Re: appearance of age and the goodness of God

From: Robert Schneider (
Date: Fri Mar 28 2003 - 15:00:13 EST

  • Next message: Jim Armstrong: "Re: appearance of age and the goodness of God"

    Hi, Jason,

    Here are some scattered thoughts on your pastor's argument.

    1. If the universe was created with an appearance of age when in fact it is
    very young, how could one verify this? One could just as readily assert
    that while the universe appears to be very old, it actually is much older
    than it appears, for the same reason, because God made it that way. The
    assertion that the universe is much younger than it appears is simply an ad
    hoc hypothesis, designed to justify, #2, below.

    2. Those who claim an appearance of age do so on the basis of a peculiar
    _interpretation_ of biblical texts, and in so claim this appearance they
    implicitly acknowledge the well-established claim that scientific analysis
    of data from nature show that the universe is very old. It is a fact that
    some YECs claim that there is scientific, natural evidence that the universe
    is young, but that is a different issue from the "appearance of age"
    argument. And if one brings the latter approach in, then why could one not
    use the "appearance of age" argument against them?

    3. The point at issue in your pastor's reasoning is the "If" clause. Since
    the universe appears to be much older than those who hold to the biblical
    interpretation (#2) believe it to be, but one cannot verify this belief if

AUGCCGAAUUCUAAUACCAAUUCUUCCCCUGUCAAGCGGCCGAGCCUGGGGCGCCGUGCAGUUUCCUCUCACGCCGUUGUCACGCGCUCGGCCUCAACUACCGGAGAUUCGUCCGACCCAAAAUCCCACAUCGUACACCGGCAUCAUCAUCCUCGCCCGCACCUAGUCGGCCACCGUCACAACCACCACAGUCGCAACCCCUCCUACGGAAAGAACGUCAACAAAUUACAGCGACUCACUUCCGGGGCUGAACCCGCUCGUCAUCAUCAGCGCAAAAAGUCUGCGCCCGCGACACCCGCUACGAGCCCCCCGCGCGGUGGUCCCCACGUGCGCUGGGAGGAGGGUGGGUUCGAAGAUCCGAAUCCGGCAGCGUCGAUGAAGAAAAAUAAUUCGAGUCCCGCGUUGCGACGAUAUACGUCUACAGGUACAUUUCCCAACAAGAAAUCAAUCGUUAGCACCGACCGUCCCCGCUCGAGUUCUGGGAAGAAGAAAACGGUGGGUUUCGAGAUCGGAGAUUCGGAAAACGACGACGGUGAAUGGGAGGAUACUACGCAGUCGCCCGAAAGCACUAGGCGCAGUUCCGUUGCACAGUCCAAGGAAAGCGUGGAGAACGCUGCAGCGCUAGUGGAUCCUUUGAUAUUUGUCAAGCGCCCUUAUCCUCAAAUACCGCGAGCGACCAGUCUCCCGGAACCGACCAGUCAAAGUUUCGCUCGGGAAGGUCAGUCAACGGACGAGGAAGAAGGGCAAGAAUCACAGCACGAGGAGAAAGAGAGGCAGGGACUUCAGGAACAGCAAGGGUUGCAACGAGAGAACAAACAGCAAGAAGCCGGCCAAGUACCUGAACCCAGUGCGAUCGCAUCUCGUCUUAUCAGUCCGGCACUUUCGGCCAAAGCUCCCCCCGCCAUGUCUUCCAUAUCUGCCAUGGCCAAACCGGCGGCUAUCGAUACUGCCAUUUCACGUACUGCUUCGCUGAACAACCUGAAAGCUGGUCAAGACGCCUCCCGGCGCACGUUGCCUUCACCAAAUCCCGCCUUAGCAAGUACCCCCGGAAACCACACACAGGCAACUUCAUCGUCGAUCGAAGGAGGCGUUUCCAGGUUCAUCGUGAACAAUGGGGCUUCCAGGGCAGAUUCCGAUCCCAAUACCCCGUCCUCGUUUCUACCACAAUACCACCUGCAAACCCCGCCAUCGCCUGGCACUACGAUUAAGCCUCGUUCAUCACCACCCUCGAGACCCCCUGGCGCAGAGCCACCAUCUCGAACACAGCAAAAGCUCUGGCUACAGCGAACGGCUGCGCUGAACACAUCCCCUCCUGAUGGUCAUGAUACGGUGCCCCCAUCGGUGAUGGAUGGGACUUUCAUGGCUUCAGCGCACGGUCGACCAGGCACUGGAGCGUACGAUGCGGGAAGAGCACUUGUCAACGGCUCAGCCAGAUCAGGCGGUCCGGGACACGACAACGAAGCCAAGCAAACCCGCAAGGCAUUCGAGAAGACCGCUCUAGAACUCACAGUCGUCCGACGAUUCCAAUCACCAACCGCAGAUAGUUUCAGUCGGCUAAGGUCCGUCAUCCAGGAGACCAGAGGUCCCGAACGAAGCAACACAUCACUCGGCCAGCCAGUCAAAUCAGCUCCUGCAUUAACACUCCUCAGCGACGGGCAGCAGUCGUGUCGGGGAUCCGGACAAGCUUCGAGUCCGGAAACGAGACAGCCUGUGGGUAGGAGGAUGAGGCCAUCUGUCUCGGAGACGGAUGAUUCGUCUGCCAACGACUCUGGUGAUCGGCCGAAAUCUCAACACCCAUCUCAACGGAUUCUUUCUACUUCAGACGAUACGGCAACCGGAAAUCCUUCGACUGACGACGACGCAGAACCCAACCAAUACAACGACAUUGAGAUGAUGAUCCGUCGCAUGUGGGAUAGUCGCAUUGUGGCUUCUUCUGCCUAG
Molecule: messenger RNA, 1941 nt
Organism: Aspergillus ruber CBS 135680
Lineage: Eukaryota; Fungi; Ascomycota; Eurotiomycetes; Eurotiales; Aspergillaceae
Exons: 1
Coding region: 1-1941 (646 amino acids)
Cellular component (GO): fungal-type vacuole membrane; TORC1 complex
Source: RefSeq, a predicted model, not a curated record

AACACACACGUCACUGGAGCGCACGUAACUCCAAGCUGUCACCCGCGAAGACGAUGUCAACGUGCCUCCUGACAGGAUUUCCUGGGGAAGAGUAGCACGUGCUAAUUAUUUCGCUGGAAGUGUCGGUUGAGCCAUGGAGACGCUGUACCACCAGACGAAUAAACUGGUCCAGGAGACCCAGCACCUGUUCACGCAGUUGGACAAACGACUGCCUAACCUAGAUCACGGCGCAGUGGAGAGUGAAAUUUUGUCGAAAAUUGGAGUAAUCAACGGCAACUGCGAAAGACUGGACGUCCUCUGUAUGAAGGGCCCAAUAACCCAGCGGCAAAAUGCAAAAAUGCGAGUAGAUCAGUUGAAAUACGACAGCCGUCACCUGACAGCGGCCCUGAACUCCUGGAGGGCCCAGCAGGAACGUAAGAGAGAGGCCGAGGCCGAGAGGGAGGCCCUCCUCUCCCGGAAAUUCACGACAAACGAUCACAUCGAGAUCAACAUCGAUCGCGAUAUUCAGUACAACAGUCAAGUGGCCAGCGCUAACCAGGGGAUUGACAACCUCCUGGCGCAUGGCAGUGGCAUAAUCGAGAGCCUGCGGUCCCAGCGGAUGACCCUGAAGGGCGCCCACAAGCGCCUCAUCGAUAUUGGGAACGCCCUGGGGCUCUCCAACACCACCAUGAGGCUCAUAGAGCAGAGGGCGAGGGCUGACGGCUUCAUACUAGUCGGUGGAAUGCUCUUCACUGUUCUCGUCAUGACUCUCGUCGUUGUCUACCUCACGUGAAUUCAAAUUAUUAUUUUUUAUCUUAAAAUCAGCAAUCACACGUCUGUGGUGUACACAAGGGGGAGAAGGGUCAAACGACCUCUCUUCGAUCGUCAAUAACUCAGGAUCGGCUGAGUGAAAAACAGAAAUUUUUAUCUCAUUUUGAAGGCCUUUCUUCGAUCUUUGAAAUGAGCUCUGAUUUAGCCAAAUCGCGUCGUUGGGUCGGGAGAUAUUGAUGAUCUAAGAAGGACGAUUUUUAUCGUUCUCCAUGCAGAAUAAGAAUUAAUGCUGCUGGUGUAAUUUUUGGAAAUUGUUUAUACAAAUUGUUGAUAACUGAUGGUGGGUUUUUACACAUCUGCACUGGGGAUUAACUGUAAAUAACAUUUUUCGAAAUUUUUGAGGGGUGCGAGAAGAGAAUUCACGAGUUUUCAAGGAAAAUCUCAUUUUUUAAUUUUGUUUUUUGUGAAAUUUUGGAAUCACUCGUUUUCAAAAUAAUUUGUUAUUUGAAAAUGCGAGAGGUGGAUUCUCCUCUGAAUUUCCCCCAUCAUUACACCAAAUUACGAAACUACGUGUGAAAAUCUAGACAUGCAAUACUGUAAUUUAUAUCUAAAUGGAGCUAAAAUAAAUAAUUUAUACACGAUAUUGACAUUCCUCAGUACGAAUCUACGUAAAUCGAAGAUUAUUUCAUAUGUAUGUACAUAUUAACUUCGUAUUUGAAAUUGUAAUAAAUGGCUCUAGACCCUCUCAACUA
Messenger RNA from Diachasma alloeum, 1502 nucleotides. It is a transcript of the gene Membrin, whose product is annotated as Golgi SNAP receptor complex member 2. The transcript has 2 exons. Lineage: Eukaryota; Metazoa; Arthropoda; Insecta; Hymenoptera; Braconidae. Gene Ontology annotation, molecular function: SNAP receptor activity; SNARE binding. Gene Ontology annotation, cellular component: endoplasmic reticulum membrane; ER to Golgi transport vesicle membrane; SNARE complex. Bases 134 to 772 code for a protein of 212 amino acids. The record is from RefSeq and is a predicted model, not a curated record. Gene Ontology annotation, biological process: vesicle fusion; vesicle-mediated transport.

one concedes that indeed it does appear to be much older, then there is no
    way to turn the conditional clause into a declarative sentence, and your
    pastor's reasoning is an empty exercise: it begs the question, for _it has
    not be established_ that God created the universe with an appearance of age.
    It also begs the question, Why would God create a universe in such a way
    that it appears much older than it actually is?

    4. One could just as well argue that, since God is not only good,
    righteous, and holy, but is also the source of all truth, God would not
    create a universe with an appearance of age that would lead human beings
    (made in his image) into falsehood and error about the age of the universe,
    and that would nullify a good portion of the effort to understand God's
    creation. To do so would be for God to act against God's own nature as
    good, righteous, holy, and the source of truth.

    A final comment. The invocation of appearance of age by YECs such as Henry
    Morris seems to me to be in conflict with the sort of arguments that have
    been going back and forth on the ASA list presently. Bill Payne, David
    Campbell, Peter Ruest, Don Winterstein, Allen Roy and others have been
    either setting forth interpretations of scientific data that would argue for
    a young earth, or claiming that the interpretations are wrong and thus the
    arguments invalid. It appears that the YEC group are saying that they can
    have their cake and eat it too: if there is solid evidence that leads to
    the conclusion that the earth is old, well, when God created the young